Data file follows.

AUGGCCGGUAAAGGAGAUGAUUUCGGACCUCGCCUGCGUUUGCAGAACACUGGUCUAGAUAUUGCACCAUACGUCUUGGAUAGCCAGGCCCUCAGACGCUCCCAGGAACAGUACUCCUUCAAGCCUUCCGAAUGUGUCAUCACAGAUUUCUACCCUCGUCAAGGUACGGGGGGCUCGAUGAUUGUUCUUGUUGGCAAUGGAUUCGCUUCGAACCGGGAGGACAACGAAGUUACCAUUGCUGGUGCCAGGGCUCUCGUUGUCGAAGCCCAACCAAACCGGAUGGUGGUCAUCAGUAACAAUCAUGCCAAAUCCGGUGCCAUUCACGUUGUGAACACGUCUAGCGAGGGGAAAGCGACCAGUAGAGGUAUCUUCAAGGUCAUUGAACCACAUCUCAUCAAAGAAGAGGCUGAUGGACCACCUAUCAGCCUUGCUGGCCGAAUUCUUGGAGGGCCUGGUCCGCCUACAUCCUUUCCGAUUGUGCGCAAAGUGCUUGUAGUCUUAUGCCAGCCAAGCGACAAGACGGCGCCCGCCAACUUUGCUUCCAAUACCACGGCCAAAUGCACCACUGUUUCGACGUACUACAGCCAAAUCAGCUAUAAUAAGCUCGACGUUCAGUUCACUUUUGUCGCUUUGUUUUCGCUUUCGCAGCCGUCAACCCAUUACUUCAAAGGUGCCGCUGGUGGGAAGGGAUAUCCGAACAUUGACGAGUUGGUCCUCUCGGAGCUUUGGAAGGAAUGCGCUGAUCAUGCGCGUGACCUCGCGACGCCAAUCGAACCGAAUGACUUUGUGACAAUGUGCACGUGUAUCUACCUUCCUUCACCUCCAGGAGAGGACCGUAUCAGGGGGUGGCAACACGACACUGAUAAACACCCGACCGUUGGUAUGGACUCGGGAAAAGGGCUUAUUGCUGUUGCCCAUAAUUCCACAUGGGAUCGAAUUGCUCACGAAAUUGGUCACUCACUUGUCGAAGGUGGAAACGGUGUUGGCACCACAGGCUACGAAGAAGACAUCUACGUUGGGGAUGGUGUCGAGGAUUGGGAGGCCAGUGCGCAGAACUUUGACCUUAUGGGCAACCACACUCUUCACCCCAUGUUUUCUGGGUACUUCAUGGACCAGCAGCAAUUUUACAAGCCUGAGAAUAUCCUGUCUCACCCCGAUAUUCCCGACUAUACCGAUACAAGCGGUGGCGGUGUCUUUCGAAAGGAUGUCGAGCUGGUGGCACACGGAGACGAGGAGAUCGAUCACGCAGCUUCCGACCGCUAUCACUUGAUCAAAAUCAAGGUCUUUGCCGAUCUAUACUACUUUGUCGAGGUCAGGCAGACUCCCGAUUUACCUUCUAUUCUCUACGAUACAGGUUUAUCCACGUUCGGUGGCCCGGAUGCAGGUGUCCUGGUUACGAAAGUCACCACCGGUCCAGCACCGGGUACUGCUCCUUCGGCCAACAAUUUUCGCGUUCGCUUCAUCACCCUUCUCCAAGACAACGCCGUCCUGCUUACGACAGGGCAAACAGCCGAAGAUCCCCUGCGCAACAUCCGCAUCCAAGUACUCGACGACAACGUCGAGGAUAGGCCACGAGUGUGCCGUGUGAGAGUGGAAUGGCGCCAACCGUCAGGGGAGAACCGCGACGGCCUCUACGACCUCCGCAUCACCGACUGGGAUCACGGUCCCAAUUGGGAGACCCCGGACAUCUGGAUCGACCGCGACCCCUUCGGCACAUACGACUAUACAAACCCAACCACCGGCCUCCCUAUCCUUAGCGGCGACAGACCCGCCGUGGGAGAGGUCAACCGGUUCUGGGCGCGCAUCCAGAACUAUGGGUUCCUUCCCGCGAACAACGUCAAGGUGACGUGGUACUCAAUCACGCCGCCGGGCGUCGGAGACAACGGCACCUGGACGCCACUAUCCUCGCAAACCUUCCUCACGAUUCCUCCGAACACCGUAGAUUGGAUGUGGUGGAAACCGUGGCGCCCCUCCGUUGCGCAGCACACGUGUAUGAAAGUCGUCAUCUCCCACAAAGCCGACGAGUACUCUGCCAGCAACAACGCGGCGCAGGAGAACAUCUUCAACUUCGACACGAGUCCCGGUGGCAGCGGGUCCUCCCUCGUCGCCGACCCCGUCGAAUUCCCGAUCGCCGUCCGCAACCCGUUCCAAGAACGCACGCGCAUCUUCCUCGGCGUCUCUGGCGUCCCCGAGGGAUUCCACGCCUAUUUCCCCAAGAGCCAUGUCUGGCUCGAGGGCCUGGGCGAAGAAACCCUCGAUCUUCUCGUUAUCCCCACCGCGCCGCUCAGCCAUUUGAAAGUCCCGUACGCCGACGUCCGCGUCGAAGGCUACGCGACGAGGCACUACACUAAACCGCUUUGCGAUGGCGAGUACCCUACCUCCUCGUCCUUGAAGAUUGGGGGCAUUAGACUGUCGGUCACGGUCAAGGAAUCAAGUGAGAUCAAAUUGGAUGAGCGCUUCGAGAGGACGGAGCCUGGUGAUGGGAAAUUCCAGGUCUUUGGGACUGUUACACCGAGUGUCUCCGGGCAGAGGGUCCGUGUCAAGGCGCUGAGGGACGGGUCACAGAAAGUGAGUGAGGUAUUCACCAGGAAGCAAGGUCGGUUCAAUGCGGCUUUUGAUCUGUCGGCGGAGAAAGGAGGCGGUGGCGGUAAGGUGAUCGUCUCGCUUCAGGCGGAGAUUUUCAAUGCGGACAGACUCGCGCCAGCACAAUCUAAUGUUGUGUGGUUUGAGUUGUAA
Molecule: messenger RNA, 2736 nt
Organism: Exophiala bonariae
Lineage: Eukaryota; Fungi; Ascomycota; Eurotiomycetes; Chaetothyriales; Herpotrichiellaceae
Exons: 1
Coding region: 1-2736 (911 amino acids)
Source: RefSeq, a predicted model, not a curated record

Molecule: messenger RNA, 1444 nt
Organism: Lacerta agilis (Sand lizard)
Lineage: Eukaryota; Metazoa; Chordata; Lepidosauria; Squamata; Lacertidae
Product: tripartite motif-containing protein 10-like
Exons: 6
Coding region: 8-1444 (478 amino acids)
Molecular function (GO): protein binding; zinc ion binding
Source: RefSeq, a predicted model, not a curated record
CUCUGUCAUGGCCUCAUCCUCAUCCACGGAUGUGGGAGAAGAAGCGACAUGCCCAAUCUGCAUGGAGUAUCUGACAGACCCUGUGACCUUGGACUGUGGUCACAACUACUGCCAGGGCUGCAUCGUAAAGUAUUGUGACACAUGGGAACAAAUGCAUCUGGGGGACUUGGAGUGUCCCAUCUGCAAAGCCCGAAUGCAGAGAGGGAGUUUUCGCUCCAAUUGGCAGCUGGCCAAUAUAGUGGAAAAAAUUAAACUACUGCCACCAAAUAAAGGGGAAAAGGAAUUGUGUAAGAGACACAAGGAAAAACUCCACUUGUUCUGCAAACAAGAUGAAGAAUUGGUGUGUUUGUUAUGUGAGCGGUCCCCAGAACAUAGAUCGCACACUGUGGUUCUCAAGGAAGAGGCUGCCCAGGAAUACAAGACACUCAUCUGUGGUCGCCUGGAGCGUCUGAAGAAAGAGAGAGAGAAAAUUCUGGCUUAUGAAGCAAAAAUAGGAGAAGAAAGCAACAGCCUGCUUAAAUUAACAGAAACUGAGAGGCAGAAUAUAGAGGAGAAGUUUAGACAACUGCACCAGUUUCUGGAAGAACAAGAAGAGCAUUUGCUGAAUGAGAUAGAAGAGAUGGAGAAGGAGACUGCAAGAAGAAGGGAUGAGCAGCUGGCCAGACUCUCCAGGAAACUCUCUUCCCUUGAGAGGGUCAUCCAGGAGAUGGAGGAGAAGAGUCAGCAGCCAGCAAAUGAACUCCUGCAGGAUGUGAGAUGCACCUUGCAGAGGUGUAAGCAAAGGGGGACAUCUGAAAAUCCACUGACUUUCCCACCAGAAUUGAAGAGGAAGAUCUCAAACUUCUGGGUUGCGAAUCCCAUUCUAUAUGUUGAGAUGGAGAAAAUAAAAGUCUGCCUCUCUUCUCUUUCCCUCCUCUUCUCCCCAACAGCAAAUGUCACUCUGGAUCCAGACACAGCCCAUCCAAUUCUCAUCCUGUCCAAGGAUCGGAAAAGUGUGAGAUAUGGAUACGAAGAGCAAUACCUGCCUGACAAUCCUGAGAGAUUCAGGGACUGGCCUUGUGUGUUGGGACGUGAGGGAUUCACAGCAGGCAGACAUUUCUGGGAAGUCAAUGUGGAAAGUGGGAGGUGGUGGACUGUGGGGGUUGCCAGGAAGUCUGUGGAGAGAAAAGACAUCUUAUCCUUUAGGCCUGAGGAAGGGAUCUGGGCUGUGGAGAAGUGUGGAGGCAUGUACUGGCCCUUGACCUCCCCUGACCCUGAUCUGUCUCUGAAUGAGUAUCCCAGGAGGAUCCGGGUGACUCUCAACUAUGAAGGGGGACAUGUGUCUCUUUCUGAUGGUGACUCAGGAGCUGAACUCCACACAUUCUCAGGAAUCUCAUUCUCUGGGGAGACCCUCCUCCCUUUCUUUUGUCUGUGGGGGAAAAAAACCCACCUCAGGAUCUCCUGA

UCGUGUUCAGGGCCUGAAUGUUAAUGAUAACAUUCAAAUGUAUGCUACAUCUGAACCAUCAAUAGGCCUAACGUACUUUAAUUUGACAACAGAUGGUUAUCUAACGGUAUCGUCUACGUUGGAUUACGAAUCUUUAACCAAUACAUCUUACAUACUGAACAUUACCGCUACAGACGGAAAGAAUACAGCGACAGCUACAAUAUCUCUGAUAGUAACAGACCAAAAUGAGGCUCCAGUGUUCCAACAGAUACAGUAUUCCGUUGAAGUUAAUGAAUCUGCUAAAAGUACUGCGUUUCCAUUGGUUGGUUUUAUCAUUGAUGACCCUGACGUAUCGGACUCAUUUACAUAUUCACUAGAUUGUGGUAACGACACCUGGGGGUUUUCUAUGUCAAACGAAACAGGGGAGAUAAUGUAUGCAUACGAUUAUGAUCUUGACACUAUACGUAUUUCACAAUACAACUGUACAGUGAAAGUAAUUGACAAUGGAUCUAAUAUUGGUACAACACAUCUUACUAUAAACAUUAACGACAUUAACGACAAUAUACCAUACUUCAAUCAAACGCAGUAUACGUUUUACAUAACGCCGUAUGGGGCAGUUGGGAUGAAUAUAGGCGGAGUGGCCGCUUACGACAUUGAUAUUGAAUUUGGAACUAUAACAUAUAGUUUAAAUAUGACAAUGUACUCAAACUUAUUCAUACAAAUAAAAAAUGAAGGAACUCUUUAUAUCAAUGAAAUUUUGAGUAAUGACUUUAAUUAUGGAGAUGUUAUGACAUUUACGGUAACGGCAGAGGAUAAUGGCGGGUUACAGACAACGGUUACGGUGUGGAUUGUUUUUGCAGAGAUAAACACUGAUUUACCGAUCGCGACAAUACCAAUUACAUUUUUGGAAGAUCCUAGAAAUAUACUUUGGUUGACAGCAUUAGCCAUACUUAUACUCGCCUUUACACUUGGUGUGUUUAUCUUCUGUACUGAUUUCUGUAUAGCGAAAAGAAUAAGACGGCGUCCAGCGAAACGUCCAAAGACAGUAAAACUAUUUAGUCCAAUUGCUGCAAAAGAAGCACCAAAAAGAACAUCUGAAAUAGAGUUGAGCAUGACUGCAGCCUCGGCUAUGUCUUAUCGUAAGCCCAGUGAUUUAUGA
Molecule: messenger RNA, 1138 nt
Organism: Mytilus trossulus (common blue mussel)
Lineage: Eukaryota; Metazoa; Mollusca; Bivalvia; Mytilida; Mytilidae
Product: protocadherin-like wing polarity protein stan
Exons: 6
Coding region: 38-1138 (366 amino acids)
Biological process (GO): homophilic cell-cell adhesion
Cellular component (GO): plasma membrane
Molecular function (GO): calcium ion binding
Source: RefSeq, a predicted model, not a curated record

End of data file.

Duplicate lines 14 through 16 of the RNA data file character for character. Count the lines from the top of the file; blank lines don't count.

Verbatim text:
Molecular function (GO): protein binding; zinc ion binding
Source: RefSeq, a predicted model, not a curated record
CUCUGUCAUGGCCUCAUCCUCAUCCACGGAUGUGGGAGAAGAAGCGACAUGCCCAAUCUGCAUGGAGUAUCUGACAGACCCUGUGACCUUGGACUGUGGUCACAACUACUGCCAGGGCUGCAUCGUAAAGUAUUGUGACACAUGGGAACAAAUGCAUCUGGGGGACUUGGAGUGUCCCAUCUGCAAAGCCCGAAUGCAGAGAGGGAGUUUUCGCUCCAAUUGGCAGCUGGCCAAUAUAGUGGAAAAAAUUAAACUACUGCCACCAAAUAAAGGGGAAAAGGAAUUGUGUAAGAGACACAAGGAAAAACUCCACUUGUUCUGCAAACAAGAUGAAGAAUUGGUGUGUUUGUUAUGUGAGCGGUCCCCAGAACAUAGAUCGCACACUGUGGUUCUCAAGGAAGAGGCUGCCCAGGAAUACAAGACACUCAUCUGUGGUCGCCUGGAGCGUCUGAAGAAAGAGAGAGAGAAAAUUCUGGCUUAUGAAGCAAAAAUAGGAGAAGAAAGCAACAGCCUGCUUAAAUUAACAGAAACUGAGAGGCAGAAUAUAGAGGAGAAGUUUAGACAACUGCACCAGUUUCUGGAAGAACAAGAAGAGCAUUUGCUGAAUGAGAUAGAAGAGAUGGAGAAGGAGACUGCAAGAAGAAGGGAUGAGCAGCUGGCCAGACUCUCCAGGAAACUCUCUUCCCUUGAGAGGGUCAUCCAGGAGAUGGAGGAGAAGAGUCAGCAGCCAGCAAAUGAACUCCUGCAGGAUGUGAGAUGCACCUUGCAGAGGUGUAAGCAAAGGGGGACAUCUGAAAAUCCACUGACUUUCCCACCAGAAUUGAAGAGGAAGAUCUCAAACUUCUGGGUUGCGAAUCCCAUUCUAUAUGUUGAGAUGGAGAAAAUAAAAGUCUGCCUCUCUUCUCUUUCCCUCCUCUUCUCCCCAACAGCAAAUGUCACUCUGGAUCCAGACACAGCCCAUCCAAUUCUCAUCCUGUCCAAGGAUCGGAAAAGUGUGAGAUAUGGAUACGAAGAGCAAUACCUGCCUGACAAUCCUGAGAGAUUCAGGGACUGGCCUUGUGUGUUGGGACGUGAGGGAUUCACAGCAGGCAGACAUUUCUGGGAAGUCAAUGUGGAAAGUGGGAGGUGGUGGACUGUGGGGGUUGCCAGGAAGUCUGUGGAGAGAAAAGACAUCUUAUCCUUUAGGCCUGAGGAAGGGAUCUGGGCUGUGGAGAAGUGUGGAGGCAUGUACUGGCCCUUGACCUCCCCUGACCCUGAUCUGUCUCUGAAUGAGUAUCCCAGGAGGAUCCGGGUGACUCUCAACUAUGAAGGGGGACAUGUGUCUCUUUCUGAUGGUGACUCAGGAGCUGAACUCCACACAUUCUCAGGAAUCUCAUUCUCUGGGGAGACCCUCCUCCCUUUCUUUUGUCUGUGGGGGAAAAAAACCCACCUCAGGAUCUCCUGA